Neighbours of a 19-year-old girl in Mumbai, who had hanged herself from the ceiling fan in her bedroom, attribute the suicide to parental objection to her friends. The girl took her life a day before her mother’s 50th birthday. The grieving parents haven’t ventured out of their home ever since.
“At present, we are pressing panic buttons — panic reporting, counselling and so on — trying to find instant solutions. It is too premature to pinpoint any one reason as to why children are taking this recourse,” Dr Panikker says.
Listen to your youngster
Experts state that along with communication, parents and teachers need to listen to the child’s inner, unspoken fears, apprehensions, understand the turmoil. According to them this does not require 24x7 vigilance. Children in the throes of adolescence go through emotional changes and need to be reassured with parental love and attention. This can be managed even when both parents are working.
Girls under more pressure than boys
The girl child is likely to be more ill at ease and burdened with stress because of cultural expectations. Society expects the girl child to achieve a lot while bottling up her emotions. While it is accepted that boys express their resentment, girls are not meant to display feelings of annoyance or irritation. Besides girls hold themselves more responsible for family ties and societal assessments. So when they fail to achieve their goals, they sometimes take the extreme step, explains Dr Parkar. Changing lifestyles are also held responsible for the rising number of suicides.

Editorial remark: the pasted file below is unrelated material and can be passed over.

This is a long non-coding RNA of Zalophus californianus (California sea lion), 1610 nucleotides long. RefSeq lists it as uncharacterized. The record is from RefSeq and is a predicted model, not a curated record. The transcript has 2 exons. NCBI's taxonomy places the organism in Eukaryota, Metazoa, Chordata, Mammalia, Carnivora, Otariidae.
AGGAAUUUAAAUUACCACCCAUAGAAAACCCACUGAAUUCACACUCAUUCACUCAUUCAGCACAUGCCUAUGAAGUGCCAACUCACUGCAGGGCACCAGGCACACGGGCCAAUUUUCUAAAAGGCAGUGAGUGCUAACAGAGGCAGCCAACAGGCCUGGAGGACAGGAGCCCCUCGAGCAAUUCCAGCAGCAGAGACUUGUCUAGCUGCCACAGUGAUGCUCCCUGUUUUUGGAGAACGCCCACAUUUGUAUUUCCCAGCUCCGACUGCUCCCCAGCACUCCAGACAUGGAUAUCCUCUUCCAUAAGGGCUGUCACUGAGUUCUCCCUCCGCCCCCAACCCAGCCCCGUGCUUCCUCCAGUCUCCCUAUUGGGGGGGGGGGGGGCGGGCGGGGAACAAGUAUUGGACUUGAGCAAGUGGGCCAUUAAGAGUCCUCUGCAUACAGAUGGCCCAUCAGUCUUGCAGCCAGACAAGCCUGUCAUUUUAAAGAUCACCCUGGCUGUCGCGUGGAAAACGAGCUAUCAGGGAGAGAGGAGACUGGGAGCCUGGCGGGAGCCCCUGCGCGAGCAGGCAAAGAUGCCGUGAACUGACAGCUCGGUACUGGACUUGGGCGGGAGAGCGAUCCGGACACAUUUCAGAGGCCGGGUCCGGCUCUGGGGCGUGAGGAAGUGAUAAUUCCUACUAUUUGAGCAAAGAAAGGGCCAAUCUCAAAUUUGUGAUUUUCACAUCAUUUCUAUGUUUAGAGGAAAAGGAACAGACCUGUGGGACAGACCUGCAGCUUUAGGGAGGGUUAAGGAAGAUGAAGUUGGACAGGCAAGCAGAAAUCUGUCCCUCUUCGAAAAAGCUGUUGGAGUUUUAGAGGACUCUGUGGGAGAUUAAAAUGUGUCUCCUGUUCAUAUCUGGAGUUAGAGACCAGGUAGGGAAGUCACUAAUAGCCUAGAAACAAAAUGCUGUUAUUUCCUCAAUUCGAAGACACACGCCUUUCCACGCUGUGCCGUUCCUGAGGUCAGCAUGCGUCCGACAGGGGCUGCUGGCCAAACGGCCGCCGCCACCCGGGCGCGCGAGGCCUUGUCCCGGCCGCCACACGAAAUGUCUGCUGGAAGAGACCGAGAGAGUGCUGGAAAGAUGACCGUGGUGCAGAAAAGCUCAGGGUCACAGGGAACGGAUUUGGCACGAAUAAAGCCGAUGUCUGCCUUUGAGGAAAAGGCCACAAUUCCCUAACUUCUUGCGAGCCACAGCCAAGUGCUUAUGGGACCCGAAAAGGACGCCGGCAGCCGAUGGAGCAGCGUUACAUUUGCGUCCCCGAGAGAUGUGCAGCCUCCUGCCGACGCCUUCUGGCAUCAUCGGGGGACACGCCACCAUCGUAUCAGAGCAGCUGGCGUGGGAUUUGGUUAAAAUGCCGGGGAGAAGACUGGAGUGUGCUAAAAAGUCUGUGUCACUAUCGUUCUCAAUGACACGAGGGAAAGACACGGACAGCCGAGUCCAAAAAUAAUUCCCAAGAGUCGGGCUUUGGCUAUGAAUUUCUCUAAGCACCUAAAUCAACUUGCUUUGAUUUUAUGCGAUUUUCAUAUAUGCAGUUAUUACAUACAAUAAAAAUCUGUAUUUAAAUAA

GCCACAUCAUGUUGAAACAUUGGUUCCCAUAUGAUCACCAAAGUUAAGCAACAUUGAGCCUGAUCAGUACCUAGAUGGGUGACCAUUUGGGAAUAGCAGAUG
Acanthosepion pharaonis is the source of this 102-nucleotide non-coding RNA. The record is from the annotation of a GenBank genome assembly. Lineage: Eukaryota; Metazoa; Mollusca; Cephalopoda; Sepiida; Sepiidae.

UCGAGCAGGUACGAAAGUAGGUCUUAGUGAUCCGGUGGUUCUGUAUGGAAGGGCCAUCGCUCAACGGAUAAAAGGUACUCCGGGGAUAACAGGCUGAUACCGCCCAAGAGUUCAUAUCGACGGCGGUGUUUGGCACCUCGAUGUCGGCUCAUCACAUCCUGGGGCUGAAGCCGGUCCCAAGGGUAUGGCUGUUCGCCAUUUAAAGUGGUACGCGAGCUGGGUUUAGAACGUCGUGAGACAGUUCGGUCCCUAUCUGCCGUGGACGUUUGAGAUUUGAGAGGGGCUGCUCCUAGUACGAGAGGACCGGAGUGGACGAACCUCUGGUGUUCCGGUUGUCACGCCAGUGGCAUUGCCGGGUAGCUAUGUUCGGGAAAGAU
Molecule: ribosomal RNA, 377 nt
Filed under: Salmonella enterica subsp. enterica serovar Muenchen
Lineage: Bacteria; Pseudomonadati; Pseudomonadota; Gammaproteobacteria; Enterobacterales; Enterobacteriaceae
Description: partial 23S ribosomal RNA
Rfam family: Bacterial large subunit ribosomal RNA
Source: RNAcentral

No emotional cushion
Within the nuclear family structure, there is curtailed interaction between family members, leaving youngsters with fewer caring persons, such as aunts, uncles and cousins, to share the lives and thoughts with.
Today the urban youth has only their parents or friends to reach out to when they want to exchange confidences. So how should parents and teachers handle the situation? Advice from the professionals is simple: Teach the youngster how to handle pressure and to appreciate life because it is precious and beautiful. And always remember that there is no shame attached to seeking a counsellor’s advice. In fact this must be done promptly whenever there is doubt. Life is, after all, short. Not responding to such developments wisely will only have unfortunate consequences sometimes.
There is today a tragic emptiness in so many homes because the silent cry of despair remained unheard.
How to identify trouble
Look out for the following:
Difficulty in concentrating
Decline in quality of schoolwork
Complaints about physical ailments such as stomach aches, headaches, or tiredness
Giving away favourite possessions
Change in temperament or recent personality change
A disciplinary crisis
Writing, thinking, or talking about death or dying
Altered mental status (agitation, hearing voices, delusions, violence, and intoxication)
Changes in eating and sleeping habits
Withdrawal from friends and family and disinterest in normal or previously enjoyable activities
Drug and alcohol use
Feelings of hopelessness, guilt, boredom, and restlessness.
Peculiar thinking styles
Poor reality understanding
Difficulty at problem solving
Poor adaptation of the environment
How can you help?
Listen and allow the youngster to express his or her point of view.
Discuss their feelings patiently
Do not launch into lectures
Restore confidence in your youngster that you really care and want to help
Social adjustment is crucial in children to prevent suicide
Enhance environmental support, especially at home and school